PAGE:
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SIAM J

O PTIM 2006 Society for Industrial and Applied Mathematics Vol 17 No 4 pp 969996 CONVEX APPROXIMATIONS OF CHANCE CONSTRAINED PROGRAMS ARKADI NEMIROVSKI AND ALEXANDER SHAPIRO Abstract We consider a c

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SIAM J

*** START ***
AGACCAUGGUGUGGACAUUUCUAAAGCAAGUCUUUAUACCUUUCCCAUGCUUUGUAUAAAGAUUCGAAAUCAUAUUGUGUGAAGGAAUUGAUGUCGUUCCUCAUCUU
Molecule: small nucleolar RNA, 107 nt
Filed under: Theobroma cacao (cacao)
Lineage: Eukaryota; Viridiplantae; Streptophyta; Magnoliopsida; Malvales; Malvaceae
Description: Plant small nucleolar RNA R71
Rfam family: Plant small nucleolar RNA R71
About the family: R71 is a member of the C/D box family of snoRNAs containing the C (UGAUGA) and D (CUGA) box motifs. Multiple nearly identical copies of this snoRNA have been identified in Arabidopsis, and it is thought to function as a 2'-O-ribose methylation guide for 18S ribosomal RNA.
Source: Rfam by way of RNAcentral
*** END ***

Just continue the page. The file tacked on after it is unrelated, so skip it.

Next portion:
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 ARKADINEMIROVSKIANDALEXANDERSHAPIROthisbecomestoocostlywhenissmall.Thesecondpotentialdicultyisthatevenwithnice,sayaneinandin,functionsx,),thefeasiblesetofachancecon-straintmayhappentobenonconvex,whichmakesoptimizationunderthisconstrainthighlyproblematic.Itshouldbementionedthattherearegenericsituationswherethelatterdicultydoesnotoccur.First,thereexistsawidefamilyoflogarithmicallyconcavedistributionsextensivelystudiedbyPrekopa[22];heshows,inparticular,thatwheneverthedistributionofarandomvectorislogarithmicallyconcave,thefeasiblesetofachanceconstraintProbisadeterministicmatrix)or,moregenerally,thefeasiblesetofachanceconstraintProbx,isadeterministicconvexset)isconvex.Thereisalsoarecentresult,duetoLagoa,Li,andSznaier[16],whichstatesthatthefeasiblesetofascalarchanceconstraintisconvex,providedthatthevector(ofthecoecientshassymmetricloga-rithmicallyconcavedensityand2.Note,however,thatinordertoprocessachanceconstrainteciently,weneedbothecientcomputabilityoftheprobabilityinquestiontheconvexityofthecorrespondingfeasibleset.Thiscombinationseemstobeararecommodity.Asfaraschanceconstraint(1.2)isconcerned,theonlycaseknowntouswhenboththeserequirementsaresatisedistheonewheretherandomvector(istheimage,underdeterministicanetransformation,ofarandomvectorwithrotationallyinvariantdistribution;cf.[16].Thesimplestcaseofthissituationistheonewhen(isanormallydistributedrandomvector.Therearealsoothercases(see,e.g.,[23,11])whereachanceconstraintcanbeprocessedeciently,butingeneraltheproblemstillpersists;therearenumeroussituationswherethechanceconstrainedversionofarandomlyperturbedconstraintx,evenassimple-lookingaoneasthebilinearconstraint(1.2),isseverelycomputation-allyintractable.Wheneverthisisthecase,anaturalcourseofactionistolookfortractableapproximationsofthechanceconstraint,i.e.,forecientlyveriablecientconditionsforitsvalidity.Inadditiontobeingsucient,suchaconditionshoulddeneaconvexandcomputationallytractablesetinthe-space,e.g.,shouldberepresentedbyasystemofconvexinequalitiesx,u0inand,perhaps,inad-ditionalvariables,withecientlycomputablex,u).Wheneverthisisthecase,theproblemX,u)subjecttox,uisaconvexprogrammingproblemwithecientlycomputableobjectiveandcon-straintsandassuchitisecientlysolvable.Thisproblemprovidesaconservativeapproximationofthechanceconstrainedproblemofinterest,meaningthatthepro-jectionofthefeasiblesetof(1.3)ontothespaceof-variablesiscontainedinthefeasiblesetofthechanceconstrainedproblem(1.1),sothatanoptimalsolutionto(1.3)isfeasiblesuboptimalsolutionto(1.1).Ageneralwaytobuildcomputationallytractableapproximations(notnecessarilyconservative)ofchanceconstrainedproblemsisoeredbythescenarioapproach Forexample,letin(1.2)bedeterministicandbeuniformlydistributedintheunitbox.Inthiscase,thefeasiblesetof(1.2)isconvex,providedthat2,buttheleft-handsidein(1.2)isdiculttocompute:itisknown(seeKhachiyan[15])thatitcannotbecomputedwithinaccuracyintimepolynomialindimandln(1),unlessP=NP.Foradetaileddescriptionoftractabilityissuesincontinuousoptimizationandtheirrelationtoconvexity,see,e.g.,[4,Chapter5]. ARKADINEMIROVSKIANDALEXANDERSHAPIRO(cf.,(1.2)).Assumingthatareindependent-of-each-otherrandomvariableswithzeromeansvaryinginsegments[],itiseasytoseethatifsatisesthecon-straintwhere0isasafetyparameter,thenviolatestherandomlyperturbedcon-straint(1.6)withprobabilityofatmostexp,where0isanabsoluteconstant(asweshallseeinsection6,onecantake2).Itfollowsthatifallcomponentsx,)areoftheformx,thentheoptimizationprogram)subjectto,...,m,with:= 2log(isanapproximationofthechanceconstrainedproblem(1.1).Thisapproximationisconvex,providedthatall)areconvexandeveryoneofthefunctions)with1iseitheraneornonnegative.Another,slightlymoreconvenientcomputationally,analyticalapproximationofrandomlyperturbedconstraint(1.6)wasproposedin[5].Analyticalapproximationsofmorecomplicatedchanceconstraints,notablyarandomlyperturbedconicquadraticinequality,arepre-sentedin[18].Anadvantageoftheanalyticalapproachascomparedtothescenariooneisthattheresultingapproximationsaredeterministicconvexproblemswithsizesindependentoftherequiredvalueofrisk(reliability),sothattheseapproximationsremainpracticalalsointhecaseofverysmallvaluesof.Onthenegativeside,buildingananalyticalapproximationrequiresstructuralassumptionsonx,)andonthestochasticnatureof(inallknownconstructionsofthistype,shouldbeindependentofeachotherandpossessnicedistributions).Inthispaper,wedevelopanewclassofanalyticalapproximationsofchanceconstraints,referredtoasapproximations.Ourmajorassumptionsarethatthecomponentsofx,)areoftheform(1.8)withconvex),andareindependentofeachotherandpossessdistributionswithecientlycomputablemomentgeneratingfunctions.Besidesthis,weassumethatforevery1forwhichnotallofthefunctions,areane,thecorrespondingrandomvariableisnonnegative.Undertheseassumptions,theapproximationweproposeisanexplicitconvexprogram.Aftertheinitialversionofthispaperwasreleased,webecameawareofthepaperofPinter[20]proposing(althoughnotinfullgenerality)Bernsteinapproximation,eveninitsadvancedambiguousform(seesection6below).Theonly(but,webelieve,quiteimportant)stepaheadinwhatfollowsascomparedtoPinterspaperis TheconstructionisbasedontheideasusedbyS.N.Bernsteinwhenderivinghisfamousinequalitiesforprobabilitiesoflargedeviationsofsumsofindependentrandomvariables. ARKADINEMIROVSKIANDALEXANDERSHAPIROholdsforall0.Denotethatx,t):=x,Weobtainthatifthereexists0suchthat(x,t,then.Infactthisobservationcanbestrengthenedtoto(x,t0impliesIndeed,letusxandset):=(x,tx,).Itmayhappen(case(A))thatProb0.Thenthereexista,b�0suchthatProbx,tx, (0)+(providedthat01(wehavetakenintoaccountthat)isconvex).Since(0),weconcludethatx,t0for0andhenceliminf0.Further,wehaveliminfandhenceliminfdueto1).Finally,)isclearlylowersemicontinuousin0.Weconcludethatif(A)isthecase,theninfithereexists0suchthat0,andinthiscase,aswealreadyknow,indeedis.Andif(A)isnotthecase,thentheconclusionin(2.4)istriviallytrue,sothat(2.4)istrue.Weseethattheinequalityx,tisaconservativeapproximationof(2.1)whenever(2.5)istrue,sois(2.1).Moreover,assumethatforeverythefunction)isconvex.Thenx,t):=(x,tisconvex.Indeed,since)isnondecreasingandconvexand)isconvex,itfollowsthat(x,tx,t))isconvex.This,inturn,impliesconvexityoftheexpectedvaluefunction(x,t),andhenceconvexityofx,tWeobtain,undertheassumptionthat)and)areconvex,thatX,t�)subjecttoinfinf(x,tgivesaconvexconservativeapproximationofthechanceconstrainedproblem(1.1).Clearlytheaboveconstructiondependsonachoiceofthegeneratingfunction).Thisraisesthequestionofwhatwouldbeabestchoiceof).Ifweconsiderthisquestionfromthepointofviewofabetter(tighter)approximationofthecorrespondingchanceconstraints,thenthesmalleris),thebetterisbound Wehaveusedthewell-knownfactthatif)isconvex,soisthefunctionx,t0.Indeed,given1),and0,andsetting+(1,wehave)+(1)+(1)+(1 ARKADINEMIROVSKIANDALEXANDERSHAPIROThereareseveralwayshowtheaboveconstructioncanbeextendedforOnesimplewayistoreplacetheconstraintsx,,withoneconstraintx,0,saybytakingx,):=maxx,x,.Note,however,thatthismaydestroyasimple,e.g.,anein,structureoftheconstraintx,).Analternativeapproachisthefollowing.Consideraclosedconvexconeandthecorrespondingpartialorder.Ofcourse,forthenonnegativeorthantconeconstraintx,0meansthatx,0.Wecanalsoconsidersomeotherconvexclosedconesanddeneconstraintsinthatform.Thecorrespondingchanceconstraintcanbewrittenintheform):=Probx,.beanonnegativevalued,convexfunctionsuchthatthefollowing-monotone;i.e.,if,then(0)=1foreveryWerefertofunction)satisfyingthesepropertiesasa-generatingfunction.By()wehavethatthat (F(x,))]providesanupperboundfor),andthecorrespondinginequalityoftheform(2.2)holds.Suppose,further,thatforeverythemapping)is-convex;i.e.,foranyy,1]andx,yx,)+(1y,+(1y,(Notethatfor-convexitymeansthat)iscomponentwiseconvex.)Thenfor(x,t):== (t1F(x,))],theproblemoftheform(2.6)givesaconvexconservativeapproximationofthechanceconstrainedproblem(1.1).Insuchconstructionfor1,thereisnobestchoiceofthe).Anaturalchoiceinthecaseofcouldbe):=max[1+0arescaleparameters.Yetthereisanotherpossibleextensionoftheaboveapproximationschemefor1.Letbepositivenumberssuchthat.Thechanceconstraintof(1.1)isequivalenttoProbx,.x,x,itfollowsthatthesystemofconstraintsx,,...,m,ismoreconservativethentheoriginalchanceconstraint.Wecannowapplytheone-dimensionalconstructiontoeachindividualconstraintof(2.14)toobtainthefollowingconvexconservativeapproximationofthechanceconstrainedproblem(1.1):)subjecttoinfinfi(x,t,...,m,wherex,t):=x,,andeach,isaone-dimensionalgeneratingfunction. ARKADINEMIROVSKIANDALEXANDERSHAPIROandinevery.Finally,oneclearlyhasfor):=ProbConsequently,forevery0impliesSimilartothereasoningwhichledusto(2.4),thelatterimplicationcanbestrength-enedto0impliesNowconsiderananechanceconstrainedproblemwithreal-valuedconstraintmap-x,By(3.2),theproblem)subjecttoinfisaconservativeapproximationofthechanceconstrainedproblem(1.1).Infactthisapproximationisconvex.Indeed,thefunctionz,t):=isconvexin(z,t�0)(since()isconvex)andismonotoneinandevery,while,byA3,all,areconvexin,andall)with1suchthatareane.Itfollowsthatthefunction)isconvexin(X,t�0),whencetheconstraintin(3.3)isconvex;theobjectiveisconvexbyA3,andwasonceforeverassumedtobeconvexwhenformulating(1.1).Thus,(3.3)isaconvexconservativeapproximationofananelyperturbedchanceconstrainedproblemwith=1,asclaimed.Wecanextendtheoutlinedconstructiontothecaseof1inawaysimilartotheconstructionofproblem(2.15).Thatis,givenananelyperturbedchancecon-strainedproblem(1.1),(3.1),wechoose,andbuildtheoptimizationsubjecttoinf,...,m.Similartothecaseof=1,thisproblemisaconvexconservativeapproximationof(1.1).Wereferto(3.4)astheapproximationof(1.1).AnadvantageoftheBernsteinapproximationovertheonediscussedintheprevi-oussectionisthatunderassumptionsA1A3,Bernsteinapproximationisanexplicit ARKADINEMIROVSKIANDALEXANDERSHAPIROusgenerateindependentsamplesN,,eachofsize,ofrandomvector.Foreachsamplewesolvetheassociatedoptimizationproblem)subjecttox,,,...,N,andhencecalculateitsoptimalvalueOptWecomputethequantitiesOpt,bytreatingtheinfeasibilityandunboundednessaccordingtothestandardoptimizationconventions:theoptimalvalueofaninfeasibleoptimizationproblemis+,whileforafeasibleandunboundedprob-lemfrombelowitis.Wethenrearrangetheresultingquantitiesinnondescendingorder:Opt(inthestatisticsliteraturethesearecalledtheorderstatisticsofthesample).Bydenition,thelowerboundonthetrueoptimalvalueistherandomquantityOptLetusanalyzetheresultingboundingprocedure.Letbeafeasiblepointofthetrueproblem(1.1).Thenisfeasibleforproblem(4.1)withprobabilityofatleast=(1.Whenisfeasiblefor(41),weofcoursehaveOpt).Thus,foreveryandforevery0wehave:=ProbNow,inthecaseofOpt,thecorrespondingrealizationoftherandomsequenceOptcontainslessthanelementswhicharelessthanorequaltoOpt.Sincetheelementsofthesequenceareindependent,theprobability,M,L)ofthelattereventis,M,L,wehavethat,M,L,M,LThus,,M,LSincetheresultinginequalityisvalidforall0,wearriveattheboundWenowarriveatthefollowingsimpleresult.Proposition4.1.,letuschoosepositiveintegerssuchawaythatThenwithprobabilityofatleast,therandomquantitygivesalowerboundforthetrueoptimalvalueThequestionarisinginconnectionwiththeoutlinedboundingschemeishowtochoose.Givenadesiredreliability1ofthebound,itiseasytospecify:thisshouldbejustthelargest0satisfyingcondition(4.3).(Ifno ARKADINEMIROVSKIANDALEXANDERSHAPIROWeused=0,(thatis,themorepromisinganassetataverage,themoreriskyitis).Theinuencecoecientsandtheparameterswerechoseninsuchawaythat2andandi]=1+forallProcessinglog-normaldistributions.Therandomreturnsarelinearcombina-tionsofindependentrandomvariables,sothatthestructureof)allowsforapplyingBernsteinapproximation.Thediculty,however,isthattherandomvariablesinquestionarelog-normalandthusthecorrespondingmoment-generatingfunctionsare+outsideoftheorigin.Thisdicultycanbeeasilycircum-vented,specically,asfollows.Givenalog-normalrandomvariableLN,andpositivethresholdprobability0andresolution 0,weassociatewiththesedataadiscreterandomvariableasfollows.Let)bethedensityandbesuchthat2;wesplitthesegment[R,R]intobinsbinsak,ak+1],1kn,oflength (thelastbincanbeshorter)andassignthepoints=0,=exp,probabilitymasses.Thevariabletakesthevalues,with.NotethatthisrandomvariablecanbethoughtofasaroundingLN,):givenarealization,welooktowhichoneofthe+1setssets,b1),[[bn1,bn),[belongs,andreplacewiththeleftendpointofthisset,thusobtainingarealization.Notethatwithourchoiceof,wealwayshave1,and;thelattercanhappenwithprobabilityofatmost.Thus,canbethoughtofasalowerboundwhichwithprobabilityofistightwithinfactorexp.Nowletusreplacein()underlyinglog-normalrandomvariableswiththeirround-.Sincewerounddownandallarenonnegative,everyfeasiblesolutiontotheresultingchanceconstrainedproblemwillbefeasiblefor()aswell.Atthesametime,thenewproblemisananelyperturbedchanceconstrainedprob-lemwithrandomvariables,andbuildingitsBernsteinapproximationcausesnoproblemsatall.Thisistheschemeweusedinourexperiments,theparametersbeing=10and =00025.Evenwiththathigh(infact,redundant)qualityofdiscretization,therewasnodicultywithhandlingtheresultingdiscreterandomvariablestheaverage,overall71discreterandomvariablesinquestion,numberofdierentvaluestakenbyavariablewasjust138,whichmadecomputingBernsteinboundaprettyeasytask.Tuningtheapproximations.BothapproximationswearedealingwithinourexperimentsthescenarioandBernsteinoneareconservativeinthesensethatasolutionyieldedbyanapproximationviolatestherandomlyperturbedconstraintinquestionwithprobability,whichislessthantherequiredrisk(thisclaimiscom-pletelytrueforBernsteinapproximationandistruewithhighprobabilityforthescenarioone).Experimentsshowthattheratiocouldbeprettylarge(seeTable1),whichmakesitnaturaltolookforwaystoreducetheresultingconservatism.Tosomeextent,thiscanindeedbedoneviaasimpletuning,providedthatisnottoosmall,sothattheprobabilitiesoforderofcanbemeasuredreliablybyMonteCarlosimulationswithsamplesofreasonablesize.WhentuningBernsteinapproximation,wereplacetherequiredriskbyalargerquantity,solvetheapproximationasiftherequiredriskwere,andthenrunMonteCarlosimulationinordertocheckwithadesiredreliabilitywhethertheactualriskoftheresultingsolutionisWethenchoosethe(nearly)largestpossiblewhichmeetstheoutlinedrequirementandtreattheassociatedsolutionastheresultofourtuning.Ofcourse,tuningcan ARKADINEMIROVSKIANDALEXANDERSHAPIROimentswehaverun,includingthosefortestproblemsofdierentstructure).Thedierences,althoughnotlarge,arenotnegligible(2.2%fortunedapproximations).B.AdditionalgoodnewsaboutBernsteinapproximationisthatevenwithtuning,thisstillisanimplementableroutine:thesolutionandtheoptimalvaluein(3.4),(2.16)arewell-denedfunctionsof,andtheresultingvalueoftheobjectiveisbetter,thelargeris.Consequently,tuningbecomesaneasy-to-implementroutine,akindofbisection:wesolve(3.4),(2.16)foracertainvalueofandchecktheactualriskoftheresultingsolution;ifitisworsethennecessary,wedecreasein(3.4),otherwiseincreaseit.Incontrasttothis,theoptimalvalueandtheoptimalsolutionofscenarioapproximationwithagivensamplesizearerandom.Fornottoolargesamplesizes,thevariabilityoftheserandomentitiesishigh,whichmakestuningdicult.C.ItshouldbeaddedthatBernsteinapproximationinitsnontunedformremainspracticalinthecaseofverysmallrisksand/orhighdesigndimension,thatis,insituationswherethescenarioapproximationrequiressamplesofunrealisticsizes.Togetanimpressionofthenumbers,assumethatwewantassmallas0.5%oreven0.1%,whilethereliability1ofourconclusions(whichinpreviousexperimentswassetto0.999)isnowincreasedto0.9999.Inthiscasethescenarioapproximationbecomescompletelyimpractical.Indeed,thetheoreticallyvalidsamplesizegivenby(1.4)becomes209,571for5%and1,259,771for1%,whichisabittoomuch.Usingsmallersamplesizesplustuningalsoisproblematic,sinceitbecomestoocomplicatedtotesttheriskofcandidatesolutionsbysimulation.Forexample,005and001,ittakesover100,000simulationstoconclude,withreliability0.9999,thatagivencandidatesolutionwhichinfactisfeasiblefor(isfeasiblefor(Atthesametime,Bernsteinapproximationwithnotuningis100%reliable,re-mainsofthesamecomplexityindependentlyofhowsmallis,andattheuncertaintylevel05resultsintheprots0.0500for5%and0.0445for1%.Thisisnotthatbad,giventhattherobustoptimalvalueinoursituationis0.Thebottomline,assuggestedbytheexperiments(andassuch,notconclusiveyet)isasfollows:ThescenarioapproximationhasnoadvantageswhatsoeverascomparedtotheBernsteinone,providedthelatterisapplicable(thatis,thatweareinthecaseofaanelyperturbedconvexchanceconstrainedproblemwithknownandsimpleenoughdistributionsof6.Thecaseofambiguouschanceconstraints.Aswasmentionedintheintroduction,oneofthebasicproblemswiththeformulationofchanceconstrainedproblem(1.1)isthatitassumesanexactknowledgeoftheunderlyingprobability.Thereforeitappearsnaturaltoconsiderrobustorminimaxversionsofthechanceconstrainedproblems;forresultsinthisdirection,see[12,27,25,26,14]andreferencestherein.Whenapplyingtheminimaxapproachtochanceconstrainedproblems,oneassumesthatthedistributionofrandomvectorin(1.1)belongstoagiveninadvancefamilyofprobabilitydistributionssupportedona(closed)setandreplacesthechanceconstraintin(1.1)withitsworst-case,over,version,thusarrivingattheambiguouschanceconstrained)subjecttoProbx,whereProbisthe-probabilityofthecorrespondingevent.Ofcourse,wecanreplacetheprobabilityconstraintsin(6.1)withoneconstraintbytakingtheminimumofProbx,withrespectto.Thatis, ARKADINEMIROVSKIANDALEXANDERSHAPIROdP/dPdenotesthedensityofwithrespectto(cf.,[26]).Byusingthedenition(6.6)itisstraightforwardtocalculatethat(1lBysolvingthequadraticinequality),weobtainthat),where):= (122 1],and=0.(Notethatfor1)and1],italwaysholdsthat).)Weobtainthefollowing.Theambiguouschanceconstrainedproblem(6.1)withgivenby(6.7)isequivalenttothechanceconstrainedproblem(1.1)withre-specttothereferencedistributionandwithrescaledreliabilityOfcourse,suchexplicitreductionoftheambiguouschanceconstrainedproblem(6.1)totheregularchanceconstrainedproblem(1.1)ispossibleonlyforsomespe-cicfamilies.OurcurrentgoalistodevelopBernstein-typeapproximationoftheconstraintin(6.1).Asbefore,werestrictourselveswithproblemswherethebodiesoftheconstraintsareanein)subjectto6.1.Assumptionsandconstruction.Fromnowon,wemakethefollowingassumptionsaboutthedataof(6.9):B1.Thefamilyofpossibledistributionsofisasfollows.Letbenonemptycompactsubsetsoftheaxis,andbeanonemptysetoftuples,whereareBorelprobabilitymeasureson.Weassumethatwheneveraretwoelementsfrom,sois+(11,1](convexity),andwheneverasequence,ofelementsofweaklycon-vergesto(meaningthat)asforeveryandeverycontinuousandboundedontheaxisfunction),then(weakclosedness).Weassumethatiscomprisedofallproductdistributions׷withthetupleofmarginalsrunningthroughagivensetwiththeoutlinedproperties.Fromnowon,weequipthesetunderlying,viatheoutlinedconstruction,thesetinquestionwiththeweaktopology.Itiswellknownthatundertheaboveassumptionsthistopologyisyieldedbyanappropriatemetricon,andthatwiththismetricisacompactmetricspace.Thesimplestexampleofasetoftheoutlinedstructureisasfol-lows.Letbenitesubsetsof,let :=andletbeaclosedandconvexsetofmatrices ARKADINEMIROVSKIANDALEXANDERSHAPIROandwearriveatthefollowingimplication::infinf Q(z,timpliesthat):supWeareabouttoreplace(6.11)withanequivalentandmoreconvenientcomputation-allyimplication:z,timpliesthat):supTheadvantageof(6.12)ascomparedto(6.11)isthatthepremiseinthelatterim-plicationissemi-innite:toverifyitsvalidity,weshouldcheckcertainconditionsforevery.Incontrasttothis,thepremisein(6.12)requirescheckingvalidityofaunivariateconvexinequality,whichcanbedonebybisection,providedthatthe isecientlycomputable.Thelatterconditionisequivalenttoecientcomputabilityofthefunction),whichindeedisthecasewhenisnottoocomplicated(e.g.,isnite-dimensionalandcomputationallytractable).Thevalidityof(6.12)andtheequivalenceof(6.11)and(6.12)aregivenbythefollowinglemma.Lemma6.1.Let.Thenthefollowingholds:)iProof.in(6.13)isevident,sincez,t)=maxz,t).Notethatthisimplicationcombineswith(6.11)toimplythevalidityof(6.12).Nowletusprovetheimplicationin(6.13).Thisisastraightforwardconse-quenceofthefactthat z,t)isconcaveinandconvexin0;forthesakeofcompleteness,wepresentthecorrespondingstandardreasoning.Asweremember,(z,Q)iscontinuousandconcavein;since z,tz,Q),thefunction z,t)iscontinuousin()andconcavein;thefactthatthisfunctionisconvexin0isalreadyknowntous.Nowlet)bevalid,andletusprovethevalidityof).Letusxandsett,Qz,t,andlet0.By),foreverythereexists0sucht,Q.Sincet,Q)iscontinuousin,thereexistsaneighborhoodofthepointsuchthatforallisacompactset,thereexistnitelymanypointssuchthatthecorrespondingneighborhoodscovertheentire.Inotherwords,thereexistnitelymanypositiverealssuchthat ARKADINEMIROVSKIANDALEXANDERSHAPIROconvexon,andfunctions)with0areane.Itfollowsthatx,t)isconvexin(),sothat(6.16)isindeedaconvexprogram.Further,iffeasiblefor(6.16),then,andforeverythepredicate)correspondingto))isvalid,which,by(6.12),impliesthatisfeasiblefor(6.9). RemarkAssumptionB1requires,amongotherthings,fromalldistributionstobesupportedonacommoncompact׷.Thisrequirementcanbestraightforwardlyrelaxedtotherequirementforalltohaveuniformlylighttails:thereexistsafunction0,suchthatexp0asforall,andforevery,everyandevery0onehasInordernottocarefornonnegativityofsassociatedwithnonane),weassumefromnowonthatallfunctions,in(6.9)areane.rangeinformationon).Assumethatallweknowaboutthedis-tributionsofisthattakevaluesingivennitesegments(and,asalways,thatareindependent).Byshiftingandscaling),wemayassumew.l.o.g.areindependentandtakevaluesin[1].Thiscorrespondstothecasewhereisthesetofall-elementtuplesofBorelprobabilitydistributionssupportedonon1,1].Denotingby thesetofallBorelprobabilitymeasureson[1],wehavez,tconsequently,approximation(6.16)becomes)subjecttoinf,...,m,or,whichisthesamedueto)subjectto,...,m.Asitcouldbeexpected,inthesituationinquestion,Bernsteinapproximationrecoversrobustcounterpart(RC)oftheoriginaluncertainproblem[3],whichinourcaseisthesemi-inniteoptimizationprogram:(RC)min)subjecttoItisclearthatintheextremecaseweareconsideringtheapproximationisequivalenttothechanceconstrainedproblem(6.9).ArelativelygoodfactofBernstein ARKADINEMIROVSKIANDALEXANDERSHAPIROandwritedownBernsteinapproximation(6.16)oftheambiguouschanceconstrainedprobleminquestionastheconvexprogramprogramx],i)0,i=1,...,m,zi[x]=(fi0(x),fi1(x),...,fid(x))T,(6.19)wherei�0arechosentosatisfy.Whilecomputingz,)anditsderivativesinnumerically(whichisallweneedinordertosolveconvexprogram(6.19)numerically)iseasy,aclosedformanalyticexpressionforthisfunctionseemstobeimpossible.Whatwecandoanalyticallyistoboundfromabove,thesimpleupperboundon presentedin(6.18).Fromtheconcludinginequalityin(6.18)itfollowsthatz,):=infz,tz,):=inf+(2 2log(1Itfollowsthattheconvexoptimizationprogram 2log(1(1ii]isanapproximation(moreconservativethanBernstein)oftheambiguouschanceconstrainedproblem(6.9),wheretheindependent-of-each-otherrandomperturbationsareknowntovaryin[1]andpossessexpectedvalues.Ascouldbeexpected,wehaverecovered(aslightlyrenedversionof)theresultsof[2]mentionedintheintroduction(see(1.9)andRemark3.1.Comparing(6.17)and(6.19)(6.20),weclearlyseehowvaluablethein-formationonexpectationsofcouldbe,providedthatareindepen-dent(thisistheonlycaseweareconsidering).Firstofall,fromtheori-ginofz,)itfollowsthattheleft-handsidesofconstraintsin(6.17)arepointwiseandtheircounterpartsin(6.19),sothat(6.19)isal-wayslessconservativethan(6.17).Toseehowlargethecorrespondinggapcouldbe,considerthecasewhenallhavezeromeans(forall).Inthiscase,thethconstraintin(6.17)requiresfromthevec-):=(tobelongtothecenteredattheorigin-ballofradius),letthisballbecalled).Theconstraintin(6.19),rst,allowsfor)tobelongto)(recallthat(6.19)islessconservativethan(6.17))and,second,allowsforthisvectortobelongtothecenteredattheorigin)oftheradius 2log(1)(see(6.20)andtakeintoaccountthat Itshouldbestressedthatthisboundingiscompletelyirrelevantasfarasthenumericalpro-cessingof(6.19)isconcerned;theonlypurposeoftheexercisetofollowistolinkourapproachwithsomepreviouslyknownconstructions. ARKADINEMIROVSKIANDALEXANDERSHAPIROTable2forseveralfamiliesofunivariatedistributions.Theparameters,aresubjecttonaturalrestrictions  exp{(t)} :supp( exp{|t|} 1,1],Qissymmetric cosh(t) 1,1],Qisunimodalw.r.t.0 |} |t| 1,1],Qisunimodalw.r.t.0andsymmetric sinh(t) t *Q:supp(Q)[1,1],Mean[Q+ cosh(tsinh(t) *Q:supp(Q)[1,1],Mean[Q]++ )+max[ 1,1]Mean[Q]=0,Var[ exp{|t|2}+2exp{|t|} 2 1,1],Qissymmetric,Var[ )+(1 1,1],Mean[Q]=,Var[ 2222)2t2 )exp 12+20)2t+2 )exp +20 isunimodalw.r.t.0ifisthesumoftwomeasures:amassat0andameasurewithden-sity)whichisnondecreasingwhen0andnonincreasingwhentheboundsvaliditywhen.Thiswealreadyknow,sincewithhave.Further,when0,ourupperboundcoincideswith)lookwhathappenswhenassignsmass1tothepoint.Finally,let,andletassignthemasstothepointandthemass1tothepoint0;here=(1).Since,wehave,sothat1andand,1];thus,indeedisaprobabilitydis-tribution.Animmediatecomputationshowsthat)=expsothat .Wenowhavesothatlog(1Wecouldproceedinthesamefashion,addingmoreaprioriinformationonthedistributionof;untilthisinformationbecomestoocomplicatedfornumericalpro-cessing,itcanbedigestedbyBernsteinapproximation.Insteadofmovinginthisdirection,weprefertopresentanexampleofanothersort,wheretheassumptionsun-derlyingTheorem6.2areseverelyviolated,buttheBernsteinapproximationschemestillworks.parametricuncertainty).Assumethatweknowapriorithatsomearenormal,andtheremainingonesarePoisson;however,wedonotknowexactlytheparametersofthedistributions.Specically,letusparameterizeanormaldistributionbyitsmeanandvariance(note:variance,notstandarddeviation!),andaPoissondistributionbyitsnaturalparameter(sothattheprobabilityforthecorrespondingrandomvariabletoattainvalue ).Letusarrangeparametersofthedistributionsinquestioninavector,andassumethatouraprioriknowledgeisthatbelongstoaknown-in-advanceconvexcompactset 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